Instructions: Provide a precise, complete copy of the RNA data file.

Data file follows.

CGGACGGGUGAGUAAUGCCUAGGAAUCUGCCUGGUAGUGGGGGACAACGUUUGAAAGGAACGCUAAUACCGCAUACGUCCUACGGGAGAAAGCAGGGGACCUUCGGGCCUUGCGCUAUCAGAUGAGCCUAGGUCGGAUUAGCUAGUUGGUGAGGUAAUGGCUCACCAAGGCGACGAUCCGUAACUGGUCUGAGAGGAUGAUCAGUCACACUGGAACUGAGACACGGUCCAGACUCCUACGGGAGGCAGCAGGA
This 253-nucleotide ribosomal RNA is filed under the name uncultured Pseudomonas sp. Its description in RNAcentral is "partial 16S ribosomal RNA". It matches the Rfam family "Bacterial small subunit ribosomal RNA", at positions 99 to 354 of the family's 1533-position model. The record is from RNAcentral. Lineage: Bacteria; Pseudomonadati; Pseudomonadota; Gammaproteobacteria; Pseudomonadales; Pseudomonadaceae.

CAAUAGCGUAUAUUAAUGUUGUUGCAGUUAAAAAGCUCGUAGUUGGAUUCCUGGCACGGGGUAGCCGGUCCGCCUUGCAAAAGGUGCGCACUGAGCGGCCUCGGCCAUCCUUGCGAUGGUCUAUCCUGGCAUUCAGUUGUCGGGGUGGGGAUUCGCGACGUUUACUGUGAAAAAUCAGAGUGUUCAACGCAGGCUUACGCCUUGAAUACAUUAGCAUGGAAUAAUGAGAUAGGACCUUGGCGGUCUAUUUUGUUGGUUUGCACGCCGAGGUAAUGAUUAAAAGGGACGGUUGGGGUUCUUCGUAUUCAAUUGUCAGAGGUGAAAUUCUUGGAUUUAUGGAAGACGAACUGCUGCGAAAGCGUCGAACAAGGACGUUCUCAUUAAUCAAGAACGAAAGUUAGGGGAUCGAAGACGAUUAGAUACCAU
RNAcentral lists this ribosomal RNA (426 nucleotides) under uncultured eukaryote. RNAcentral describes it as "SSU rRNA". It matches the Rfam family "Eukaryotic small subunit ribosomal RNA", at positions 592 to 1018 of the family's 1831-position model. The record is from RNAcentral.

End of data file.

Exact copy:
CGGACGGGUGAGUAAUGCCUAGGAAUCUGCCUGGUAGUGGGGGACAACGUUUGAAAGGAACGCUAAUACCGCAUACGUCCUACGGGAGAAAGCAGGGGACCUUCGGGCCUUGCGCUAUCAGAUGAGCCUAGGUCGGAUUAGCUAGUUGGUGAGGUAAUGGCUCACCAAGGCGACGAUCCGUAACUGGUCUGAGAGGAUGAUCAGUCACACUGGAACUGAGACACGGUCCAGACUCCUACGGGAGGCAGCAGGA
This 253-nucleotide ribosomal RNA is filed under the name uncultured Pseudomonas sp. Its description in RNAcentral is "partial 16S ribosomal RNA". It matches the Rfam family "Bacterial small subunit ribosomal RNA", at positions 99 to 354 of the family's 1533-position model. The record is from RNAcentral. Lineage: Bacteria; Pseudomonadati; Pseudomonadota; Gammaproteobacteria; Pseudomonadales; Pseudomonadaceae.

CAAUAGCGUAUAUUAAUGUUGUUGCAGUUAAAAAGCUCGUAGUUGGAUUCCUGGCACGGGGUAGCCGGUCCGCCUUGCAAAAGGUGCGCACUGAGCGGCCUCGGCCAUCCUUGCGAUGGUCUAUCCUGGCAUUCAGUUGUCGGGGUGGGGAUUCGCGACGUUUACUGUGAAAAAUCAGAGUGUUCAACGCAGGCUUACGCCUUGAAUACAUUAGCAUGGAAUAAUGAGAUAGGACCUUGGCGGUCUAUUUUGUUGGUUUGCACGCCGAGGUAAUGAUUAAAAGGGACGGUUGGGGUUCUUCGUAUUCAAUUGUCAGAGGUGAAAUUCUUGGAUUUAUGGAAGACGAACUGCUGCGAAAGCGUCGAACAAGGACGUUCUCAUUAAUCAAGAACGAAAGUUAGGGGAUCGAAGACGAUUAGAUACCAU
RNAcentral lists this ribosomal RNA (426 nucleotides) under uncultured eukaryote. RNAcentral describes it as "SSU rRNA". It matches the Rfam family "Eukaryotic small subunit ribosomal RNA", at positions 592 to 1018 of the family's 1831-position model. The record is from RNAcentral.